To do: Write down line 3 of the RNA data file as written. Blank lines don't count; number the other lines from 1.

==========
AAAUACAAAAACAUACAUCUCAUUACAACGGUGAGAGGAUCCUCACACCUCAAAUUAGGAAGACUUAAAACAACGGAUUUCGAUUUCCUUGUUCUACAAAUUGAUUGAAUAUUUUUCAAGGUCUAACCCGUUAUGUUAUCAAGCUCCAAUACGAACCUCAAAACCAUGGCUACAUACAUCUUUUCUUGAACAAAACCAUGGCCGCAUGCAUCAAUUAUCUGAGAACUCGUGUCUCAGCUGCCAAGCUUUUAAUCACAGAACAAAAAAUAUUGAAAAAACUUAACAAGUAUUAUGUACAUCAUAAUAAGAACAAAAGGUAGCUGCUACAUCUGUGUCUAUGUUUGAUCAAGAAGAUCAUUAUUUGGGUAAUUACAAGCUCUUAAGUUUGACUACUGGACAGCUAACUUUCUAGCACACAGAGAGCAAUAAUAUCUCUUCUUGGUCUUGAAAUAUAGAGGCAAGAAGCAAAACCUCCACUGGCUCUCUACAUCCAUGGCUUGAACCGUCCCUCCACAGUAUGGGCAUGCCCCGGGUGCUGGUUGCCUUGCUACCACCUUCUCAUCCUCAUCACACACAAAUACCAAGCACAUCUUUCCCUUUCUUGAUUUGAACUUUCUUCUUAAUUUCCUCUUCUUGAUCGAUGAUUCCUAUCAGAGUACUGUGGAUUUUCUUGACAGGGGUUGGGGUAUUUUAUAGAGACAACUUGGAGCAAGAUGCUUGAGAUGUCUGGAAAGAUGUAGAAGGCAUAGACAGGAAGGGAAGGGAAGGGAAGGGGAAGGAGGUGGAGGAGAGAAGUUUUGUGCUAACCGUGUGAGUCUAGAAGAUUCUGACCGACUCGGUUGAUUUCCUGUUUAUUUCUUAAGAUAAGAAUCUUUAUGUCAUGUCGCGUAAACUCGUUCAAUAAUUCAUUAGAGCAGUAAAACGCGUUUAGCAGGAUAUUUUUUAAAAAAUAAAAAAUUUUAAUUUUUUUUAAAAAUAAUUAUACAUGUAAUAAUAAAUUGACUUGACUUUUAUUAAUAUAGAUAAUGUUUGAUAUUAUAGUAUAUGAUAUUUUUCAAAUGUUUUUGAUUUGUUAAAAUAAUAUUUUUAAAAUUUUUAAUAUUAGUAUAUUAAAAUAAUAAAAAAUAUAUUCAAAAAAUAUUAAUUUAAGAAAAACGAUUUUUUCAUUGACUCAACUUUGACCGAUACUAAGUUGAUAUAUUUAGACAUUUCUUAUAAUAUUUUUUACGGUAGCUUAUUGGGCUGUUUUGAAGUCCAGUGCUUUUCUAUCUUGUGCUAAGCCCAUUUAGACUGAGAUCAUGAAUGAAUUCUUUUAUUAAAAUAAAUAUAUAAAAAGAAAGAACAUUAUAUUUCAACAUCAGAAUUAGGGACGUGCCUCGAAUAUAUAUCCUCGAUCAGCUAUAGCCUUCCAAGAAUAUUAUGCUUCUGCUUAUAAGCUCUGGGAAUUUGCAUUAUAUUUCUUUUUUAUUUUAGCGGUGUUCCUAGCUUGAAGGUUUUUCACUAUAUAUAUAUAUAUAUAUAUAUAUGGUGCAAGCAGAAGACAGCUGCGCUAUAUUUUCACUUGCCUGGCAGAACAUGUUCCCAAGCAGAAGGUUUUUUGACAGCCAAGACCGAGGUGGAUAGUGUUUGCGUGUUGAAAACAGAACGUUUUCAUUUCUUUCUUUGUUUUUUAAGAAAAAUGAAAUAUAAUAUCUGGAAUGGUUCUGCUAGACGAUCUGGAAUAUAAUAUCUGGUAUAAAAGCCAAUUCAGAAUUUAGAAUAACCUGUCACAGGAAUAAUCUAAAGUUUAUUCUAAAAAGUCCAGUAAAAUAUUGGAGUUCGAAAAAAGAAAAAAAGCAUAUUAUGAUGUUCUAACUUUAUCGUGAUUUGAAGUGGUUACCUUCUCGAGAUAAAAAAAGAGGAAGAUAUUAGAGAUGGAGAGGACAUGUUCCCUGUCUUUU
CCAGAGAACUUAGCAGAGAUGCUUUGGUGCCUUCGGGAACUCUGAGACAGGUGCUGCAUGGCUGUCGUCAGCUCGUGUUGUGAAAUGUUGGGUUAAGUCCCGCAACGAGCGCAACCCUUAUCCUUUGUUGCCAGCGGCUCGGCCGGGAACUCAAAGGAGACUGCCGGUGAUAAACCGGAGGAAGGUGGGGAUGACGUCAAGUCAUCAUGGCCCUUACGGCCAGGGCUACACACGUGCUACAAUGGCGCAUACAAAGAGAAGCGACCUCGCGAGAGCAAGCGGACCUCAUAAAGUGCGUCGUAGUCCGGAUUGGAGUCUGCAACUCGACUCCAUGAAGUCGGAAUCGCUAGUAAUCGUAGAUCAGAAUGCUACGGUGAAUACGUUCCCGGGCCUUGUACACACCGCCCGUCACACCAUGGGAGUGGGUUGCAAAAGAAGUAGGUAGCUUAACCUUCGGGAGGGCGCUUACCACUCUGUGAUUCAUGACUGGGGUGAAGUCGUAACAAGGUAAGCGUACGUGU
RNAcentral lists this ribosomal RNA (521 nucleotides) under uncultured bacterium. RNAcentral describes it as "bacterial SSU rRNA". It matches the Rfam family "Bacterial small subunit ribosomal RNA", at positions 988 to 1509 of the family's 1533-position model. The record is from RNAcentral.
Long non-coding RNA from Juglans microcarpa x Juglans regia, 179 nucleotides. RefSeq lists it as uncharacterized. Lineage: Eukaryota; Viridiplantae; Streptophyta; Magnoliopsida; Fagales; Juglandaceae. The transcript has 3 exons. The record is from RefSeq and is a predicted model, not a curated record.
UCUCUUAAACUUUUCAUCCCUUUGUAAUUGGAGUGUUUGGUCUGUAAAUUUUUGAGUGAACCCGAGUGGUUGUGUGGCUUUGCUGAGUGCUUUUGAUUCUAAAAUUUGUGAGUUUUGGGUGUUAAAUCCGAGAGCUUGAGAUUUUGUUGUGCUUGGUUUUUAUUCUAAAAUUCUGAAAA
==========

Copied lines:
RNAcentral lists this ribosomal RNA (521 nucleotides) under uncultured bacterium. RNAcentral describes it as "bacterial SSU rRNA". It matches the Rfam family "Bacterial small subunit ribosomal RNA", at positions 988 to 1509 of the family's 1533-position model. The record is from RNAcentral.